It generaly involves making a new array then copy everything from the
old array into it, though this is greatly oversimplfing what actuly
happens.

An Arraylist is more effecient for arrays that will undergo resizing
operations on a regular basis. That is why it was provided.

-dm

Apr 12 '06 #7

P: n/a
In addition ususally, ArrayList are more appropriate when you are storing
reference types. If you are storing value types (int, float, bool,
structures, etc.), then it is more appropriate to use arrays.

ArrayList stores elements as System.Object. If you add value types to an
ArrayList, boxing occurs to box the value type into a reference type
(System.Object). When you access elements of an ArrayList, unboxing occurs
to unbox the reference type, back into a value type. The boxing/unboxing
process is costly. A simple test can show that storing value types in an
array is more efficient than in an ArrayList. If you are storing Reference
types, then it is more efficient to store it an ArrayList rather than an
array. ArrayList are not always to best choice.

"th*********@gmail.com" wrote:
Maxwell,
please keep in mind that
generaly resizing a fixed array is a process that is cpu coslty (Im not
to sure about c# 2.0).

It generaly involves making a new array then copy everything from the
old array into it, though this is greatly oversimplfing what actuly
happens.

An Arraylist is more effecient for arrays that will undergo resizing
operations on a regular basis. That is why it was provided.

-dm

Apr 13 '06 #8

P: n/a
> ArrayList stores elements as System.Object. If you add value types to an
ArrayList, boxing occurs to box the value type into a reference type
(System.Object). When you access elements of an ArrayList, unboxing occurs
to unbox the reference type, back into a value type. The boxing/unboxing
process is costly.
In .NET 1.1, (almost) all collection structures store Objects, and so
they box and unbox value types accordingly. In .NET 2.0, there is
List<T>, which stores value types natively and so performs no boxing or
unboxing if it is created for a value type.

Even in .NET 1.1, though, boxing and unboxing are rarely so noticeable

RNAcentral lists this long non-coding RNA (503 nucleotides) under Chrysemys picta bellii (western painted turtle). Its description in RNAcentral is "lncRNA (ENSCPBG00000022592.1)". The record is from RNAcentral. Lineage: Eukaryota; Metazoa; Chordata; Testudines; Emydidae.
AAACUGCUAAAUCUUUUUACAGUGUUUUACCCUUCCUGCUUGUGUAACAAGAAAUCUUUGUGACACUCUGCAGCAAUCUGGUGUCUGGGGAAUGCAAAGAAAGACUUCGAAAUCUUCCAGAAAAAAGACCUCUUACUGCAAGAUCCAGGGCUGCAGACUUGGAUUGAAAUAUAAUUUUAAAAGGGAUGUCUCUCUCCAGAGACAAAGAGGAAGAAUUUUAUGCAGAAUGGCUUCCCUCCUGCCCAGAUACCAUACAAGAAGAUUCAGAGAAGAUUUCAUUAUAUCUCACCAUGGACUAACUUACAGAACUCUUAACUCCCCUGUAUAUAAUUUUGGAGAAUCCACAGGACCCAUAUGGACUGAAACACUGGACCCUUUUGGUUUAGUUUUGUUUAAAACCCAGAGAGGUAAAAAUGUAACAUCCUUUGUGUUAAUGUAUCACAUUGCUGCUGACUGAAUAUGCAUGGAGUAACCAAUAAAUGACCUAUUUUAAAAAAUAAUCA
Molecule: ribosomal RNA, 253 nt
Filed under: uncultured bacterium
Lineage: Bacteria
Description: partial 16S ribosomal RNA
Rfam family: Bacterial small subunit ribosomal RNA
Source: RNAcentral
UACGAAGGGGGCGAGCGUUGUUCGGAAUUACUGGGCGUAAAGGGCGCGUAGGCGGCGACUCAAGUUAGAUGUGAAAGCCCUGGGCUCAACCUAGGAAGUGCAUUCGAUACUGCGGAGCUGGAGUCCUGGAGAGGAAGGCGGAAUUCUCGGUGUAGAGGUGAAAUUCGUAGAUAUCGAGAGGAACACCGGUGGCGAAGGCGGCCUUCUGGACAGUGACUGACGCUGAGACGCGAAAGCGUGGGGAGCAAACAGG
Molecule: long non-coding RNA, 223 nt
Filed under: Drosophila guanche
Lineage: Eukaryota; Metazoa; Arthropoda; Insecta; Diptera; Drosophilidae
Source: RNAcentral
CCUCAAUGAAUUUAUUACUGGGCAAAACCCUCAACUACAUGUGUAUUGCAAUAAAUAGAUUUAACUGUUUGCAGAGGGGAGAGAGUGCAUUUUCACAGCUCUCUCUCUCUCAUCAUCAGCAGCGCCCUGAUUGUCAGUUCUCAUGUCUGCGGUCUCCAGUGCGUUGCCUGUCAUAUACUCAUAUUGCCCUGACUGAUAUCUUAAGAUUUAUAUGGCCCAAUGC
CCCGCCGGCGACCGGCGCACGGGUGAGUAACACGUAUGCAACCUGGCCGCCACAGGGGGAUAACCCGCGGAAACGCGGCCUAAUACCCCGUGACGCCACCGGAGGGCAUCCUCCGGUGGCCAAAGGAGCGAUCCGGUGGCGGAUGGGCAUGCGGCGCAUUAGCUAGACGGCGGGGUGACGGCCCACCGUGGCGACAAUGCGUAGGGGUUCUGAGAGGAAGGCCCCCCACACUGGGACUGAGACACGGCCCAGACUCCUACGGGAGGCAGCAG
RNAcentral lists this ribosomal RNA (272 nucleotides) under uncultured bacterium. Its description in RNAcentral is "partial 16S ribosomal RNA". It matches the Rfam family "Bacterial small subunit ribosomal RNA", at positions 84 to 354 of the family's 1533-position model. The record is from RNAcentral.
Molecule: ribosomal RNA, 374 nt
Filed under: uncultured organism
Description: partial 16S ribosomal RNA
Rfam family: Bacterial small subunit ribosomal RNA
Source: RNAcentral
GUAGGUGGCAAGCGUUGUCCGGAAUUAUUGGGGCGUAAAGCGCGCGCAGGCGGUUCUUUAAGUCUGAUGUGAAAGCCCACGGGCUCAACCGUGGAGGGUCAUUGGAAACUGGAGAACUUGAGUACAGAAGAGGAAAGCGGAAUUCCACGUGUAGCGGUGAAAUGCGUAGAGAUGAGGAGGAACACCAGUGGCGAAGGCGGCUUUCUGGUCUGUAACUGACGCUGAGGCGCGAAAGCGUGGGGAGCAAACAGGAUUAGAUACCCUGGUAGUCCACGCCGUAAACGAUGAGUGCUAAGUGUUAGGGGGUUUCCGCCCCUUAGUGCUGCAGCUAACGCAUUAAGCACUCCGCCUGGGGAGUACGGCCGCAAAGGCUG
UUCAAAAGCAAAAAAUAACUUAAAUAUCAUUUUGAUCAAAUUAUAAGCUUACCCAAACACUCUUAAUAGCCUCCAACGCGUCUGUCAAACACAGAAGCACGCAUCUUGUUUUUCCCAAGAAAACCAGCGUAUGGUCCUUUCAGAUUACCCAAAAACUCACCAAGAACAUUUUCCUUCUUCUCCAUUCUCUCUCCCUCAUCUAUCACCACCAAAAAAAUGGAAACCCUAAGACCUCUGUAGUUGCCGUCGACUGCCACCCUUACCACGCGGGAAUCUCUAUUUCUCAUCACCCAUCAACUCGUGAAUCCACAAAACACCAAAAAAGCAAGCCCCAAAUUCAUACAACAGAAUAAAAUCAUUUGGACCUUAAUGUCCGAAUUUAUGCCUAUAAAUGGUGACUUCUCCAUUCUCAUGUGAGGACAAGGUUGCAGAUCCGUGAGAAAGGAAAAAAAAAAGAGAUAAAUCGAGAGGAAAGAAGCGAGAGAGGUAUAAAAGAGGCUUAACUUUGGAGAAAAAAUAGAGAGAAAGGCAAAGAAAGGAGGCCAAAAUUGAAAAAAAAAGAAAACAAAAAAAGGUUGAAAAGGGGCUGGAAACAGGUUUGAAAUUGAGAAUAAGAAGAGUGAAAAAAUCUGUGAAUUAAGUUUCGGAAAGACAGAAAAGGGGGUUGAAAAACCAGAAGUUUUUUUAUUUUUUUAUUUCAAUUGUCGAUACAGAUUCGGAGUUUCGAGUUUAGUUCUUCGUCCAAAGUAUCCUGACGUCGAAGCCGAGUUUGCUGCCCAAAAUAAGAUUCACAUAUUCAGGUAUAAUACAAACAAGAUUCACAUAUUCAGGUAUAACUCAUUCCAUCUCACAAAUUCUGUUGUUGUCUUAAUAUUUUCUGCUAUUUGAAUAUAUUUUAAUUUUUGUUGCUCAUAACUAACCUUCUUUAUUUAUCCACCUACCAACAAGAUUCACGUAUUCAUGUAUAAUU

that it's worth warping your design if an ArrayList was the "right
choice" from a design standpoint. Always choose the most appropriate
data structure for your design and then profile your app to see if
things like boxing cause you a real performance problem. Adapt your
design only if this is so. Otherwise you get tortured code in the name
of "efficiency" in spots where if you did it the nice (but
"inefficient") way it would have almost no effect on your program
whatsoever.
[Resizing an array] generally involves making a new array then copy everything from the old array into it.


So far as I know (and I'm often wrong) this is exactly what happens
with an ArrayList. ArrayList uses an array as its backing
implementation, so when you fill your ArrayList it simply allocates
another array and copies the contents from one to the other. I believe
that the size of the backing array doubles on each reallocation.

Of course, I could be completely out to lunch. Anyone know if this is
so?

Apr 13 '06 #9

P: n/a


"Bruce Wood" wrote:
ArrayList stores elements as System.Object. If you add value types to an
ArrayList, boxing occurs to box the value type into a reference type
(System.Object). When you access elements of an ArrayList, unboxing occurs
to unbox the reference type, back into a value type. The boxing/unboxing
process is costly.
In .NET 1.1, (almost) all collection structures store Objects, and so
they box and unbox value types accordingly. In .NET 2.0, there is
List<T>, which stores value types natively and so performs no boxing or
unboxing if it is created for a value type.


Yes, List<T> is strongly typed based on what you give it. It is the
perfered way in .NET 2.0.
Even in .NET 1.1, though, boxing and unboxing are rarely so noticeable
that it's worth warping your design if an ArrayList was the "right
choice" from a design standpoint. Always choose the most appropriate
data structure for your design and then profile your app to see if
things like boxing cause you a real performance problem. Adapt your
design only if this is so. Otherwise you get tortured code in the name
of "efficiency" in spots where if you did it the nice (but
"inefficient") way it would have almost no effect on your program
whatsoever.


I disagree about the performance hit of boxing/unboxing. For a small amount
of elements, there is a performance differents, but it is so small it is not
noticable. However, when you get into the thousands, and larger,
boxing/unboxing is noticable. I redesigned an application that stored pixel
values of a camera in an ArrayList (.NET 1.1) of floats. The number of
varies from (320*240, 640*480, and 1024 * 1024). Performing calculations on
these pixel values stored in an ArrayList took many seconds, and sometimes
minutes. I converted the ArrayLists to arrays of floats and the calculations
now only take a couple of seconds.

It really depends on the application. If you iterate through the array
once, the it doesn't make a difference. However, you have to access the